For 10 years, Common Vision has been planting school orchards in Sacramento food deserts. This week, Common Vision is excited to be adding 4 new orchards to the 17 we already sustain for school children all over the Sacramento Area. But we desperately need your help.
Unlike other Common Vision orchards in Ventura, Richmond, and other cities throughout CA, our Sacramento programs do not have a dedicated funding stream and these orchards are in jeopardy. We need YOUR help to make sure our children can keep receiving tons of fruit right on their school campus.
We’ve always been the type to do things a little different. Over the next 10 days, we will be planting new orchards at 4 Sacramento schools and we are inviting you to literally join us and hundreds of kids, in real time via livestream as we connect our food, ourselves and the natural world.
About Common Vision
Formed in 2005, Common Vision is creating a Healthy and Just Society by growing fruit tree orchards in low-income schools. Over the past 10 years, we’ve planted more than 6,000 fruit trees throughout California and built a reputation for improving the lives of students and teachers.
Not only do Common Vision orchards produce 150,000 lbs of organic fruit every year (so far), they are also living classrooms where kids learn about environmental science, climate change, nutrition, and teamwork.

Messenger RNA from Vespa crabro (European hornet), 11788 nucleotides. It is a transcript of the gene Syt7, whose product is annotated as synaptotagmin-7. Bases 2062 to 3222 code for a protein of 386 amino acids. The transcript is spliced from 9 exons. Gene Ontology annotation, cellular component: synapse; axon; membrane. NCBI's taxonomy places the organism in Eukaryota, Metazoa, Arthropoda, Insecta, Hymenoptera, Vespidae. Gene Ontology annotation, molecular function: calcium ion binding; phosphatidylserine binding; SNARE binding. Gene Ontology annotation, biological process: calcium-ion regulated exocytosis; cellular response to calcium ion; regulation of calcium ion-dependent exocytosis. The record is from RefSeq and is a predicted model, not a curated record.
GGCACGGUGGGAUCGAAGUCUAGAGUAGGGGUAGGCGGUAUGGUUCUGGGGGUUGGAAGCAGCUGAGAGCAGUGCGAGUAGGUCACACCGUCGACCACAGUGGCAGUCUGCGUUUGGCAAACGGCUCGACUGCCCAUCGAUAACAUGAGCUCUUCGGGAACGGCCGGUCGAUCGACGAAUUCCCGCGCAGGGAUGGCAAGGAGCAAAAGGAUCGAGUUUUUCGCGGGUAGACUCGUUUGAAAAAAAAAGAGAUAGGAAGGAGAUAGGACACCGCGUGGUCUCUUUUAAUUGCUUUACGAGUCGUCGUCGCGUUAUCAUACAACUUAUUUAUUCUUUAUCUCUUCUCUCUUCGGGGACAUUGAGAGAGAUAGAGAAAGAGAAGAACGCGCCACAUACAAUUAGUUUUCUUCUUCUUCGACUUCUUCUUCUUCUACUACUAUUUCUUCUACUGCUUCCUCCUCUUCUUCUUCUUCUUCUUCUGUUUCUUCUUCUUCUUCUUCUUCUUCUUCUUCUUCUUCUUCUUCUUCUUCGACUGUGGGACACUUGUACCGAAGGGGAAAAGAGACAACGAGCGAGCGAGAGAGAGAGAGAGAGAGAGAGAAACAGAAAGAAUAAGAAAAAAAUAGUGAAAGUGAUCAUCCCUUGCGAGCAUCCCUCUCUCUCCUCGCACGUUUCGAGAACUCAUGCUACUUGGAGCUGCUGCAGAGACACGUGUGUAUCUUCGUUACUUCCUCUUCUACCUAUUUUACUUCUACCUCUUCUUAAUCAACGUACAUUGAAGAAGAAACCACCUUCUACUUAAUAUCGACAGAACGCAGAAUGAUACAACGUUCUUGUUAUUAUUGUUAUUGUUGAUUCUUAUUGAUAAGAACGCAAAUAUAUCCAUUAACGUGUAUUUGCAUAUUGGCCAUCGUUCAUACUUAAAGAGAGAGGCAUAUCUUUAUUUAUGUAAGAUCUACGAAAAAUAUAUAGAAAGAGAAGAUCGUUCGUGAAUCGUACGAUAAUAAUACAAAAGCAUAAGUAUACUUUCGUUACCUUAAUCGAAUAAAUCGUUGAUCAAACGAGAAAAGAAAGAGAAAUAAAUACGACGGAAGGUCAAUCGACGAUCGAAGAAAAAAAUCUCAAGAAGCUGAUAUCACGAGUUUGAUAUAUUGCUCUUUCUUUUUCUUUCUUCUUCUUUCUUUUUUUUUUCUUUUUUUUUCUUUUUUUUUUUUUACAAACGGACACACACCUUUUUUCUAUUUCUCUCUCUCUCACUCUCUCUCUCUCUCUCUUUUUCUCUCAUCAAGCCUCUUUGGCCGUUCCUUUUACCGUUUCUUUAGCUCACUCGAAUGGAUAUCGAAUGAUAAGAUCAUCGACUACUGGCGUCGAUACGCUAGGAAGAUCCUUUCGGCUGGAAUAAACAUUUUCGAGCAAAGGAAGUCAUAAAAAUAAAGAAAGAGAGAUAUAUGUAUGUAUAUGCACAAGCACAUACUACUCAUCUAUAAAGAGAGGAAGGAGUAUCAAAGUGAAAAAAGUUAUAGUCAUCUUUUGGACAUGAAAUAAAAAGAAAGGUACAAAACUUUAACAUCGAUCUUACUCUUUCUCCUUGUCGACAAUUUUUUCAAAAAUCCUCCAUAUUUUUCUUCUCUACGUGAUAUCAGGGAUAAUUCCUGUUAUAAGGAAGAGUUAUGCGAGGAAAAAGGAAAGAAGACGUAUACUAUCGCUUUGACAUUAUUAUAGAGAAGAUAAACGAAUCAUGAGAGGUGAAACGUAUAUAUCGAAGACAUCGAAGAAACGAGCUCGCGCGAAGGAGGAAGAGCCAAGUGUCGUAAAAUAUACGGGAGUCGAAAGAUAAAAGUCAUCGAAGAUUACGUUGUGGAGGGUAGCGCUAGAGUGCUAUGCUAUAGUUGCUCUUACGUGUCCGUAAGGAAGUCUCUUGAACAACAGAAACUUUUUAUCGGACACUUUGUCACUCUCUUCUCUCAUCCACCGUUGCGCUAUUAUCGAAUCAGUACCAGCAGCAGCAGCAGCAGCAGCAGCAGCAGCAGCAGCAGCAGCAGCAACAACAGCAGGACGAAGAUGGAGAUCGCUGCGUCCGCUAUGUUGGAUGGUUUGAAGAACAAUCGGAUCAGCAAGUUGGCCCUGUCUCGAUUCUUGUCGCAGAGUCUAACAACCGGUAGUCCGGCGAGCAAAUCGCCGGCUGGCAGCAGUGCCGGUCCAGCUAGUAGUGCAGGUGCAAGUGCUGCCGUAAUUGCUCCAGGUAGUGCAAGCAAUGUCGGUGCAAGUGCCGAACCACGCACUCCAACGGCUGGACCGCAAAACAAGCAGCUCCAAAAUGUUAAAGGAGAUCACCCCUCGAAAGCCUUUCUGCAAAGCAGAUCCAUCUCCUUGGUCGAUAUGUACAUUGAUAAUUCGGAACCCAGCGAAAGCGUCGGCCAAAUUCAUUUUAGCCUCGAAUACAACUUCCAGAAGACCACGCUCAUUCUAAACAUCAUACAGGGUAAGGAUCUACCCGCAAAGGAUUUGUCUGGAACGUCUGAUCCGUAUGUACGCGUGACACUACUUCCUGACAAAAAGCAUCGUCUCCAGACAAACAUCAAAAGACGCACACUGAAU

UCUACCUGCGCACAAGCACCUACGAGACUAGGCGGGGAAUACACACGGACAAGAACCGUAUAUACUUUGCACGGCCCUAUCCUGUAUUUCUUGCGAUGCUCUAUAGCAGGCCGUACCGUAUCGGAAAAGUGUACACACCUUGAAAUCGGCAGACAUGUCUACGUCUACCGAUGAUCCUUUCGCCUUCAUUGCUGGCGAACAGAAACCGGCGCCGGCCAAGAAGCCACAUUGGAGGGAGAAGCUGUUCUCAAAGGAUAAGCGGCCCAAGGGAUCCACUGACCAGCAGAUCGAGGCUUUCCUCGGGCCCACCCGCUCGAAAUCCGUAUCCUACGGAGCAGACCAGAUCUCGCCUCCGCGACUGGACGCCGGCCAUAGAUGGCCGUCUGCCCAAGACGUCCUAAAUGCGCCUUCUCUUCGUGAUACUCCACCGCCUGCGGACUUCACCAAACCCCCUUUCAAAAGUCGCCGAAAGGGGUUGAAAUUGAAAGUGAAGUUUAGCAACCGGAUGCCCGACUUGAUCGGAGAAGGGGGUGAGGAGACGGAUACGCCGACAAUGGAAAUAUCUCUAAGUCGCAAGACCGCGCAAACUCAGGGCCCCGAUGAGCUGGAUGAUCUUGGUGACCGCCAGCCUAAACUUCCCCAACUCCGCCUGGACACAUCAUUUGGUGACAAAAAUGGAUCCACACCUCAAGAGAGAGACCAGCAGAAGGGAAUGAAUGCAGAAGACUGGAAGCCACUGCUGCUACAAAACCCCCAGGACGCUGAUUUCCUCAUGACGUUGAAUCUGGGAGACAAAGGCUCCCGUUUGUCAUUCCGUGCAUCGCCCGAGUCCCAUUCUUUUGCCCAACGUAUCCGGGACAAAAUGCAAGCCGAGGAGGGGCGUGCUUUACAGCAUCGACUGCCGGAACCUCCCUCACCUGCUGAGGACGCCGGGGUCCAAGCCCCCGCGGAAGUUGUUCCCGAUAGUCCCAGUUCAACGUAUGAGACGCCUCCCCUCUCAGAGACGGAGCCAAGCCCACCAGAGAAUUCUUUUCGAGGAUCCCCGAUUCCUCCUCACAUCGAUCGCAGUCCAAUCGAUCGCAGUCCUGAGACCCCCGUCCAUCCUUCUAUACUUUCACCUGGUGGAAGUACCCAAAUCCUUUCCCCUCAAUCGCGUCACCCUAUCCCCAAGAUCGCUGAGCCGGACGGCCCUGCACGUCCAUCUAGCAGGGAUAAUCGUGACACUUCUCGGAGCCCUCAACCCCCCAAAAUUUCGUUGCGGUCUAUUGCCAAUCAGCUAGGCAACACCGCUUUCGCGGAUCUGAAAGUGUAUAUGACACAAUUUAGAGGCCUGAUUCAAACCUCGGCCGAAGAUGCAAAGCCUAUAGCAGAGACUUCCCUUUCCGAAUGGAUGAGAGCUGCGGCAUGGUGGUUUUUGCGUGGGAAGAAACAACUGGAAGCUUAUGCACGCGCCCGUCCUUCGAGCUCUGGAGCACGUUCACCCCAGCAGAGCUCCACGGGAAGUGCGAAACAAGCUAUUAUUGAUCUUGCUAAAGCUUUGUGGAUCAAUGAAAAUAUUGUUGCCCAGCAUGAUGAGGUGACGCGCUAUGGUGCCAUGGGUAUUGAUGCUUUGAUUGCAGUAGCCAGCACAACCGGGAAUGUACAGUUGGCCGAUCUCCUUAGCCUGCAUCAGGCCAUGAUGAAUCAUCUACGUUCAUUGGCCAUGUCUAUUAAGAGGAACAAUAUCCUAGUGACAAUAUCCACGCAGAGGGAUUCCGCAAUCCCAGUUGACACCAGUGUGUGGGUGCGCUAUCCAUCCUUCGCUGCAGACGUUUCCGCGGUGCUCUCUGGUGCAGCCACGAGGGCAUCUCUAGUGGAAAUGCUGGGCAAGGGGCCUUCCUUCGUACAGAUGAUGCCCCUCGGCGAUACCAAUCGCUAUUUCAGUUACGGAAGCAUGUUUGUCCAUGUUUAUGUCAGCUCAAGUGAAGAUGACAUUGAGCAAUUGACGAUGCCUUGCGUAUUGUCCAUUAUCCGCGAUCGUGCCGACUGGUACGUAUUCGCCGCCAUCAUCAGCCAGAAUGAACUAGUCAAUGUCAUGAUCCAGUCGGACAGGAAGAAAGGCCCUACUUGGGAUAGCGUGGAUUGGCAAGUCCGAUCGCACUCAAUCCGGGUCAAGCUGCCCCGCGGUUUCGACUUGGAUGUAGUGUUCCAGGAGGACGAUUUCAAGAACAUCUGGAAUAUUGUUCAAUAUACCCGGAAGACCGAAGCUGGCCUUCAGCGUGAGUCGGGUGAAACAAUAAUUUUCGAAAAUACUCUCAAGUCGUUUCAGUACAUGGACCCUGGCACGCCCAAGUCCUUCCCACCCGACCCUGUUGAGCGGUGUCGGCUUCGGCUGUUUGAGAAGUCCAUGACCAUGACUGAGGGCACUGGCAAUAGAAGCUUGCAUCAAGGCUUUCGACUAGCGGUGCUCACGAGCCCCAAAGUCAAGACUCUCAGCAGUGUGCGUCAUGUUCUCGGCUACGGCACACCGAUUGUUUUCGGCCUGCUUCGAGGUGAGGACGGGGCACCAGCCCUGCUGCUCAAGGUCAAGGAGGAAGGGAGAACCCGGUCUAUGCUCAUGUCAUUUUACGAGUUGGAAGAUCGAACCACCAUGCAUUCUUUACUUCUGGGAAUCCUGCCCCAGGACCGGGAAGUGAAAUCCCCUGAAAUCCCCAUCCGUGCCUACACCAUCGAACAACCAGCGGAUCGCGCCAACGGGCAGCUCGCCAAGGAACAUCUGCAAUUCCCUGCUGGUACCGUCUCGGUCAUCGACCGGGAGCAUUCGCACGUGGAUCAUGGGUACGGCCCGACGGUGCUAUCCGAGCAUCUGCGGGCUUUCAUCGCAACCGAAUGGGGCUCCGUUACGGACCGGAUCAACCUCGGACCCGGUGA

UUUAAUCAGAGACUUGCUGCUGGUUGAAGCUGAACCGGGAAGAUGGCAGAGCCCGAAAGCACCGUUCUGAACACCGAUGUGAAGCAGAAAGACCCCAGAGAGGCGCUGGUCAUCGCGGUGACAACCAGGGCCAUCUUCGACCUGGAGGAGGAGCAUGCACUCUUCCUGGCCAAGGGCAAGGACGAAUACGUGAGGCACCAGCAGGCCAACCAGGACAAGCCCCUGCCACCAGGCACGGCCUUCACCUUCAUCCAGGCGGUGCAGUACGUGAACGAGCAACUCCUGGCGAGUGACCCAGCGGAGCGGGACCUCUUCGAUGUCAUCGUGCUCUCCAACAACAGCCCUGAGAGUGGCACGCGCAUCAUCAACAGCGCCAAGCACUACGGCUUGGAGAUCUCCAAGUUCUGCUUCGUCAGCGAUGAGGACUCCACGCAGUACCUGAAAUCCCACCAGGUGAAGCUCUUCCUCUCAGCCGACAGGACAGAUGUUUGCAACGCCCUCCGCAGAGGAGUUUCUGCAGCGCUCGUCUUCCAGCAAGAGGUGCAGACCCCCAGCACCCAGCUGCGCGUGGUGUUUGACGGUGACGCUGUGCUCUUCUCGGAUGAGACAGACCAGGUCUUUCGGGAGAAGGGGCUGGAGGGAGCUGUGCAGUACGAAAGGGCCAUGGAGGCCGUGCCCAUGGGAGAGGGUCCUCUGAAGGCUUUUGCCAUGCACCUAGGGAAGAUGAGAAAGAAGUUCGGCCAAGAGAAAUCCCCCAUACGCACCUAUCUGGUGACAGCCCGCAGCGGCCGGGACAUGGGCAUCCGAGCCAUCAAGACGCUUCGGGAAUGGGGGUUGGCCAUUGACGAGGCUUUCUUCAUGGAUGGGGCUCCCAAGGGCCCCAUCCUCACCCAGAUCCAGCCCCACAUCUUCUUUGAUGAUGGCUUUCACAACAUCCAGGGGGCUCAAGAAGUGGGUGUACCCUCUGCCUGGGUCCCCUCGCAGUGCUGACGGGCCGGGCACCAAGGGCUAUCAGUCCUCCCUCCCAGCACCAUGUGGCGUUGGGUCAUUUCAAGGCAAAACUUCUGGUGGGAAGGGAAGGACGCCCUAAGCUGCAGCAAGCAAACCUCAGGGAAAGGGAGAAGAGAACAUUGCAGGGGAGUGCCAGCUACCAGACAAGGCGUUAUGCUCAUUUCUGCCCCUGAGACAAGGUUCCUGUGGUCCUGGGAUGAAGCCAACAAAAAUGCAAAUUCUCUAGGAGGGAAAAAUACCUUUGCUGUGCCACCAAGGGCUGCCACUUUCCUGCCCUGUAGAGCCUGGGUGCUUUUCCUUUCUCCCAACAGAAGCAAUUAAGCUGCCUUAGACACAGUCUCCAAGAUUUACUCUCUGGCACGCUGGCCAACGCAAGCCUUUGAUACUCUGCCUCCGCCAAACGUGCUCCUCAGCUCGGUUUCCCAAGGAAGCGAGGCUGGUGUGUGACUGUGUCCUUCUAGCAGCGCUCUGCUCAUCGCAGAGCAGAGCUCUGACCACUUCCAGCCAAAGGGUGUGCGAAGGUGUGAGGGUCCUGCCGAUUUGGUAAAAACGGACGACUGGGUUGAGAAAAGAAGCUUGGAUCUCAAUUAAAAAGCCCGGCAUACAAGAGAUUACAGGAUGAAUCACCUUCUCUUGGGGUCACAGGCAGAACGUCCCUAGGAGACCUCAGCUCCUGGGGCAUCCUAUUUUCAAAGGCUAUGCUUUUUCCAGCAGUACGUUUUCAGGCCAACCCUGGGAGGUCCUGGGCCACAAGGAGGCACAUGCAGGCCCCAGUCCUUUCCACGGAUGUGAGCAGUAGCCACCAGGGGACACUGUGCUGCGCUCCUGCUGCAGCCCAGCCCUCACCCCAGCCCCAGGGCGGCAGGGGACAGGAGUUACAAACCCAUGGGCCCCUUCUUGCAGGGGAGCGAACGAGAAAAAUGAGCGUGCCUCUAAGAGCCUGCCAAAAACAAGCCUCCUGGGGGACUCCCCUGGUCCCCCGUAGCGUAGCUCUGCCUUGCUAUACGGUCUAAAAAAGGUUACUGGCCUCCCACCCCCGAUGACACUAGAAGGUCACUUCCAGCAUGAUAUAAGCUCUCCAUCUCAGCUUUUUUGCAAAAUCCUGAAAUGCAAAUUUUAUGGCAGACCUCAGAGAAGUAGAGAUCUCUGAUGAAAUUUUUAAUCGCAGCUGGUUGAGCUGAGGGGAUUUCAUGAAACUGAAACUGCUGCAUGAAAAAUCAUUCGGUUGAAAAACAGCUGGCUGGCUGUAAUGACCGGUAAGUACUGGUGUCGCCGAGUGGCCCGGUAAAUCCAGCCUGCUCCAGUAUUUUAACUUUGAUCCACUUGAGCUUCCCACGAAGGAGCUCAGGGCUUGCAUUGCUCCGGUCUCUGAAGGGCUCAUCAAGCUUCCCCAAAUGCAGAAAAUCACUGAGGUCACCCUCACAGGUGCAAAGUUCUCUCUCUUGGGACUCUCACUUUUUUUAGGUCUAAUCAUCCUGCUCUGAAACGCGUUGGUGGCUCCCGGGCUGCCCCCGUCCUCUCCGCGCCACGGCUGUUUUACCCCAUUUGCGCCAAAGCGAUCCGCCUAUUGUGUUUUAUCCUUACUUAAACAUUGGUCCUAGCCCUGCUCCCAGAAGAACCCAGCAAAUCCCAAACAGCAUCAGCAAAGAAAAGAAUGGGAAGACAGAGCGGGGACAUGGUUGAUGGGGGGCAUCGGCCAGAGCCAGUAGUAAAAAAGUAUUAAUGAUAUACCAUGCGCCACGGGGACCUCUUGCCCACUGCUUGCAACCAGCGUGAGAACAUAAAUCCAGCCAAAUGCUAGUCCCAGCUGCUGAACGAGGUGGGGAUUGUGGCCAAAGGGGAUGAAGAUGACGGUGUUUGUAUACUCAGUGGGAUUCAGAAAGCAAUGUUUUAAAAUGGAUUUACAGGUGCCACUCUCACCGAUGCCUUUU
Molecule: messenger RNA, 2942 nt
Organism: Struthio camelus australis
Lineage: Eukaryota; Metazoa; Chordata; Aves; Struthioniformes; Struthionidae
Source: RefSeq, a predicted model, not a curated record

We envision a world where sustainable agricultural provides all people with access to high quality and culturally appropriate foods; a world where agriculture is a tool for reversing climate change and supporting social equity.
“From professional tree care services including irrigation and soil management to strong educational programming, the staff and volunteers from Common Vision are making a huge impact on school environments in California.” —Kate Casale, Youth Development Specialist, Alameda County Office of Education “Common Vision’s long-term relationships with schools, partners, and volunteers proves their dedication to improving access to fresh food for today’s children and ability to scale up as opportunities arise.” – Jodi Levine-Wright, Executive and Founding Director, Earthroots “I believe wholeheartedly that the work they are doing in school gardens is positively shaping the way future generations will think about how food is grown, how this impacts their health, and how we can care for and preserve our planet’s resources.” –
Kelli Barram, Garden Education Specialist, Washington Elementary School.
Printed with permission.